Human Effort Industrial Engineering - The Base for Developing the Concept of Human Effort as the Focus area of Industrial Engineering
It is now further extended to machine effort. But both Taylor and Gilbreth indicated that focus has to be on both areas for productivity improvement, cost reduction and waste elimination in their explanation of scientific management.
What is the meaning of industry relevant for explaining the discipline of industrial engineering?
The quality of regularly working hard:
Industry is the fact of working very hard.
Diligence in an employment or pursuit; especially :steady or habitual effort
In Oxford dictionary also, industry has the meaning diligence. The meaning of diligence is persistent work or effort.
Therefore industrial engineering can be understood as a discipline concerned with effort. It is concerned with both machine effort and human effort. The main objective of industrial engineering is to minimize the machine effort and human effort expended to produce a unit of any product. This is same as increasing the output for unit of machine effort or human effort.
F.W. Taylor is the first engineer, to conceptualize this activity in a formal systematic manner. His first essay, "Piece Rate System" contains the ideas regarding improving machine effort and man effort. His next book size essay, "Shop Management" contains the extended application of the method of reducing machine effort and man effort and increase production in some cases even by four times. Scientific management basically uses the same examples given in "Shop Management" but presents the principles of scientific management and gives the examples as illustrations in support of the principles of scientific management. Narayana Rao developed "Principles of Industrial Engineering" from the "Principles of Scientific management" and presented them in the 2017 Annual Conference of the IISE at Pittsburgh, USA.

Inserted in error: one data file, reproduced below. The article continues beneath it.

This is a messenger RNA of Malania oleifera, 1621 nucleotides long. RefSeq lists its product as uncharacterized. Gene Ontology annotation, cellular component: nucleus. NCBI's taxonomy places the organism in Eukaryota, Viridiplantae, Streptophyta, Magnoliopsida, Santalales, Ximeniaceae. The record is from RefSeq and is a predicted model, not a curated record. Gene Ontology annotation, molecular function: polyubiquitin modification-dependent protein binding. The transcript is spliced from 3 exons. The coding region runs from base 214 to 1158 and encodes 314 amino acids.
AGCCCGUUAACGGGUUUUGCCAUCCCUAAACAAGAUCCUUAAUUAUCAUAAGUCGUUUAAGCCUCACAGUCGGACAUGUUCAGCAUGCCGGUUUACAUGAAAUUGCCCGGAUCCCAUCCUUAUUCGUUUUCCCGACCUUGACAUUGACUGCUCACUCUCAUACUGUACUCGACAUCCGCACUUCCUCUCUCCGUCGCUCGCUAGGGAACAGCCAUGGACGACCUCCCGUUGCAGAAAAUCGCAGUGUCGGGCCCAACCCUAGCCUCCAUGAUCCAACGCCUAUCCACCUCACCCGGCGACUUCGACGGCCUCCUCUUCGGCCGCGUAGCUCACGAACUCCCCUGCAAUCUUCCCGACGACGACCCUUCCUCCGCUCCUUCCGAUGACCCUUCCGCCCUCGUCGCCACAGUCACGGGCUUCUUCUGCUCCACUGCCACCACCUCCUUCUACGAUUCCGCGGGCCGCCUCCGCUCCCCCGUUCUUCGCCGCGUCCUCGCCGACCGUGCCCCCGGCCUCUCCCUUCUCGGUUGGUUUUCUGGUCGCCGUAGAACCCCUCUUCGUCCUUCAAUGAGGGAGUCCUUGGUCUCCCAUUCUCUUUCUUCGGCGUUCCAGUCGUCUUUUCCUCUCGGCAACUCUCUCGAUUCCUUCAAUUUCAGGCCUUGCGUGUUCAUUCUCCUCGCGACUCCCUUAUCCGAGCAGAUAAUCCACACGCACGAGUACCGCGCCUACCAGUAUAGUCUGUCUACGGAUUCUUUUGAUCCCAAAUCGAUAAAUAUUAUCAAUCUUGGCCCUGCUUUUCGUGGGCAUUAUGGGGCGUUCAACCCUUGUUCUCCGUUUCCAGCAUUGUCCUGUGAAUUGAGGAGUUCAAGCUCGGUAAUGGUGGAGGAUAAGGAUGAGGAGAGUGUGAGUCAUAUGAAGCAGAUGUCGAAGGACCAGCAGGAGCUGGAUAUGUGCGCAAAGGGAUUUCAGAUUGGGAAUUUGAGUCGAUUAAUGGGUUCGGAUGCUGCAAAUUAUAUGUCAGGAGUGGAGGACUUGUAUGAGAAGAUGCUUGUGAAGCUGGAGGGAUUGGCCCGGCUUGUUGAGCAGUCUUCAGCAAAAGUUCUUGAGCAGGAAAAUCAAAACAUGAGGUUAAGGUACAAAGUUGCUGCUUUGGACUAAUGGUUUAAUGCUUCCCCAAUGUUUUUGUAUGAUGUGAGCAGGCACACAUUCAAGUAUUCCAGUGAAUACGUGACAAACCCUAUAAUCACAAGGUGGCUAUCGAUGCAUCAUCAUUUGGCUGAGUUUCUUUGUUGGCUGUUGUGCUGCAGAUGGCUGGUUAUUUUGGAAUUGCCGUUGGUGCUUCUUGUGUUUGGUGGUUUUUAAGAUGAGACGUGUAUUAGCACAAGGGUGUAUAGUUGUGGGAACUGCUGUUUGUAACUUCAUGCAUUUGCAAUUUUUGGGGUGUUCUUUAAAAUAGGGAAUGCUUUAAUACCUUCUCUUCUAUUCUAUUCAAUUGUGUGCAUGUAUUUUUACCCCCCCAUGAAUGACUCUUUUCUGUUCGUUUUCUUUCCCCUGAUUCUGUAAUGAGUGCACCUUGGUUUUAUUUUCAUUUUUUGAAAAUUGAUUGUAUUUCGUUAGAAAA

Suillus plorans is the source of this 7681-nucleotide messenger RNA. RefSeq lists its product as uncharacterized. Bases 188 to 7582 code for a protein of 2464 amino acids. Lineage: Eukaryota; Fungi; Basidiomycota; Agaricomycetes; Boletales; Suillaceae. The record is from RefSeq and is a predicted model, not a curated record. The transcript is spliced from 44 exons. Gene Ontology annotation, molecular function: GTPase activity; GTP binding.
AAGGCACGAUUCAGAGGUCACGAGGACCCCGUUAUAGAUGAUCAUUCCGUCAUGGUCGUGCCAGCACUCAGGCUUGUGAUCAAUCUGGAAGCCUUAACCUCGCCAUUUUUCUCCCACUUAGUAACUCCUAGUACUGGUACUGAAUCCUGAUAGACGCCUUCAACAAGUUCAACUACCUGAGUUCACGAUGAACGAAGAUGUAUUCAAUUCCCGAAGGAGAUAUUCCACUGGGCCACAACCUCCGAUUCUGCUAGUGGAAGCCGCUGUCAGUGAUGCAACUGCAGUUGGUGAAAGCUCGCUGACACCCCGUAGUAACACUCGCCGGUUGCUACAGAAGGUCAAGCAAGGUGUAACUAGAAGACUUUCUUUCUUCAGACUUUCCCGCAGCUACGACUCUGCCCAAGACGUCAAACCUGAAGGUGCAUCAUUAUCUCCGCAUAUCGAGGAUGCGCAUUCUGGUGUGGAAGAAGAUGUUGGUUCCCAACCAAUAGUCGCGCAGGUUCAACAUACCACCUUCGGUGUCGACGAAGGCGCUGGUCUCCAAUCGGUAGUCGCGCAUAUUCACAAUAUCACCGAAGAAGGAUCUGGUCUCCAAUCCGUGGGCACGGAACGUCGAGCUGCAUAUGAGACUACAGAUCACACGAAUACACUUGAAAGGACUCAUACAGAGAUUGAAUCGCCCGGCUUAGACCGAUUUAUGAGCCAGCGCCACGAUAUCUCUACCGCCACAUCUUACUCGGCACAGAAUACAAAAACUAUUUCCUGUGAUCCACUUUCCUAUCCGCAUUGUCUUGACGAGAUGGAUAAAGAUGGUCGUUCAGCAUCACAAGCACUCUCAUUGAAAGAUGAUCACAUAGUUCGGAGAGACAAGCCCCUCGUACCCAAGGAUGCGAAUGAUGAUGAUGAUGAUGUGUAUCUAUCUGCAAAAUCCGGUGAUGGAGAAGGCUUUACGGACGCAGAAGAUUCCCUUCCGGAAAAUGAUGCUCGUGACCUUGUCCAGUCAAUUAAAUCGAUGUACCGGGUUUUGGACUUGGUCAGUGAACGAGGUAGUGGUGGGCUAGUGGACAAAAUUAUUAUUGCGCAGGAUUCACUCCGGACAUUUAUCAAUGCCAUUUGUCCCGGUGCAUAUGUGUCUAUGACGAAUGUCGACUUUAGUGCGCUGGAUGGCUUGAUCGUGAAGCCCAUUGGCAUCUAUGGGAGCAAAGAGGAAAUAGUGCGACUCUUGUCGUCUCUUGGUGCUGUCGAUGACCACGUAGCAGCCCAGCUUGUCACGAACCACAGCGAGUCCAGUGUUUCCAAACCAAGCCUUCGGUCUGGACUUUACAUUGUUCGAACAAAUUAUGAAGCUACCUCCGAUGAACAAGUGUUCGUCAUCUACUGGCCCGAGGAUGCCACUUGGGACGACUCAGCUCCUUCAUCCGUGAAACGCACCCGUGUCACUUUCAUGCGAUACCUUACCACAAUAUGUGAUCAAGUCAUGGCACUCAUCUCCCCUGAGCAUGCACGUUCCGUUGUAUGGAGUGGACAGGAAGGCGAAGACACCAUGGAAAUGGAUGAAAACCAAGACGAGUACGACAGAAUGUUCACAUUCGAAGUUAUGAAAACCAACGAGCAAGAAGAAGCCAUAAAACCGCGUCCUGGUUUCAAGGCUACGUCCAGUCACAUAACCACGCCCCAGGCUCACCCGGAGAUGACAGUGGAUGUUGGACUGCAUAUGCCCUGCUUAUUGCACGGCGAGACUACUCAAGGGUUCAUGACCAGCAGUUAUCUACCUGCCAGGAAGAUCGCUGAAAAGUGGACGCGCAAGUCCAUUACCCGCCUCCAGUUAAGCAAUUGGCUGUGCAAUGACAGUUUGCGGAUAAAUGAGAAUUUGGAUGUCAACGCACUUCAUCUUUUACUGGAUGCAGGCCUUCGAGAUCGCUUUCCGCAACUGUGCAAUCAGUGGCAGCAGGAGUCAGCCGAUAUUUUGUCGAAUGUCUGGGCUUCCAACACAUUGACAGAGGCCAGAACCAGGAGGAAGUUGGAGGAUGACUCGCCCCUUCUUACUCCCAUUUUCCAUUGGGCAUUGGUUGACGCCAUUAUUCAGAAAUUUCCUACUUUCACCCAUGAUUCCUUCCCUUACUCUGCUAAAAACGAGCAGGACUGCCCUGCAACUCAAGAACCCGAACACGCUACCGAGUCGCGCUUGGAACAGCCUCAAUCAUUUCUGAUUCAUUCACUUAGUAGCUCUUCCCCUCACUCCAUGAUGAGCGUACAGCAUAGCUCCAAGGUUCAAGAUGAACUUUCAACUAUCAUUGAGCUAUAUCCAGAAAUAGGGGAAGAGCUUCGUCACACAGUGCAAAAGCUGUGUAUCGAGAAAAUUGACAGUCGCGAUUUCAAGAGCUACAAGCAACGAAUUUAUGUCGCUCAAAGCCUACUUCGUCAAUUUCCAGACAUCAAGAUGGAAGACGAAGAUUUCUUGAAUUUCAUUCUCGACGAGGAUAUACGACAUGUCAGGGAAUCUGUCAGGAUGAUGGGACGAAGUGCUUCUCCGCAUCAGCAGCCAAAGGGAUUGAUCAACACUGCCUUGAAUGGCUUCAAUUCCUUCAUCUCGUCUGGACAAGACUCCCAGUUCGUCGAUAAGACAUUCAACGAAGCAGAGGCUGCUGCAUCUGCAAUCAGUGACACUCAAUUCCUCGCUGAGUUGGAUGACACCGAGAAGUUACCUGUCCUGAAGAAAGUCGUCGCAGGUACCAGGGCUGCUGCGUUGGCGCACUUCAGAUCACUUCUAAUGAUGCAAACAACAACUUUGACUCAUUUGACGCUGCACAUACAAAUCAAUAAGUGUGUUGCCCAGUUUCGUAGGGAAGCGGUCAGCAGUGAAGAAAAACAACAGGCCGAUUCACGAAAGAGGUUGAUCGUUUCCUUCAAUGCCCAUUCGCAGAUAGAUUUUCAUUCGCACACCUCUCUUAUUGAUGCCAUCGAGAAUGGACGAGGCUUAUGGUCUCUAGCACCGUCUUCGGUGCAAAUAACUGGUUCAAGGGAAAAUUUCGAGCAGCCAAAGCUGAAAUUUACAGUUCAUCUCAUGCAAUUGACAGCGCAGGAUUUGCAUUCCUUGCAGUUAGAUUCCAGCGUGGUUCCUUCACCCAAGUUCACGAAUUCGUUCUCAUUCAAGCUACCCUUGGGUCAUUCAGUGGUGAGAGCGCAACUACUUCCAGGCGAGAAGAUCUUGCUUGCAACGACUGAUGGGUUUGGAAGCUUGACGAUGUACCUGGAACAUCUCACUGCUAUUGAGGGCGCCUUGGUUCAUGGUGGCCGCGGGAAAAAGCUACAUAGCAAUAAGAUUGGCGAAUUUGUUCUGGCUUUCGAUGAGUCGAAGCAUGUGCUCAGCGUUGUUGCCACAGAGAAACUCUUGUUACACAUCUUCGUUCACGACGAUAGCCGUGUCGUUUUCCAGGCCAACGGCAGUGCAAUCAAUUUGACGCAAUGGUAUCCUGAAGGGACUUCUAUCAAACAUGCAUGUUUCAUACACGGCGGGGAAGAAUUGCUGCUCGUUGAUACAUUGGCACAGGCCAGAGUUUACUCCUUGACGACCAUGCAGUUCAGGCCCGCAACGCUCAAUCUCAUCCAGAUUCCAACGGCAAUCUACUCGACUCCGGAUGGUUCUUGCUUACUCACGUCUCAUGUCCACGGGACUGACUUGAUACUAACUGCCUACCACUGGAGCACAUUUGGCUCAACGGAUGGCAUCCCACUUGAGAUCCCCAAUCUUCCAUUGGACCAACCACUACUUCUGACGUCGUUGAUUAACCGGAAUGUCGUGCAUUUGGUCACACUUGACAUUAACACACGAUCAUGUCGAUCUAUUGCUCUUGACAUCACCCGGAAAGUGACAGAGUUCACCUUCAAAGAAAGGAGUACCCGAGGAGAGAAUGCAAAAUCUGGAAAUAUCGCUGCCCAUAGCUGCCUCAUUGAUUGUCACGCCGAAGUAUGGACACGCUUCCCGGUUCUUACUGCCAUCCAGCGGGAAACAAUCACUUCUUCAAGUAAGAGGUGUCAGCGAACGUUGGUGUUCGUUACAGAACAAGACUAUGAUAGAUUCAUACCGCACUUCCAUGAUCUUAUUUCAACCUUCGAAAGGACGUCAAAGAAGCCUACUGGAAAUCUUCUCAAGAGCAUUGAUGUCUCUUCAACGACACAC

The full paper can be downloaded from: Full Paper - https://www.xcdsystem.com/iise/abstract/File7673/UploadFinalPaper_2569.pdf
Looked from the perspective Industrial engineering has two components: Machine effort reduction and human effort reduction in production processes. We can call them machine effort industrial engineering and human effort engineering. Industrial engineering has many developments during the last 110 years.
We can list, Taylor's methodology, Gilbreth's motion study and principles of motion economy, Ergonomics or human factors engineering, Job evaluation, Wage incentive plans as important areas of Human Effort Industrial Engineering.
Gilbreth on Scientific Management
It is important to read the following statements from the book "Applied Motion Study" by Frank Gilbreth published in 1917.
Scientific management is simply management that is based upon actual measurement. Its skilful application is an art that must be acquired, but its fundamental principles have the exactness of scientific laws which are open to study by every one. we have here a science that is the result of accurately recorded, exact investigation.
The greatest misunderstandings occur as to the aims of scientific management. Its fundamental aim is the elimination of waste, the attainment of worth-while desired results with the least necessary amount of time and effort. Scientific management may, and often does, result in expansion, but its primary aim is conservation and savings, making an adequate use of every ounce of energy of any type that is expended.
Every problem (in scientific management) presents two elements: the human element, and the materials element.
The opinion of many who know conditions in USA and Europe is that America is far behind European countries in conservation of the materials element, both natural and manufactured
It is equally true that up to recent times European countries have done comparatively little toward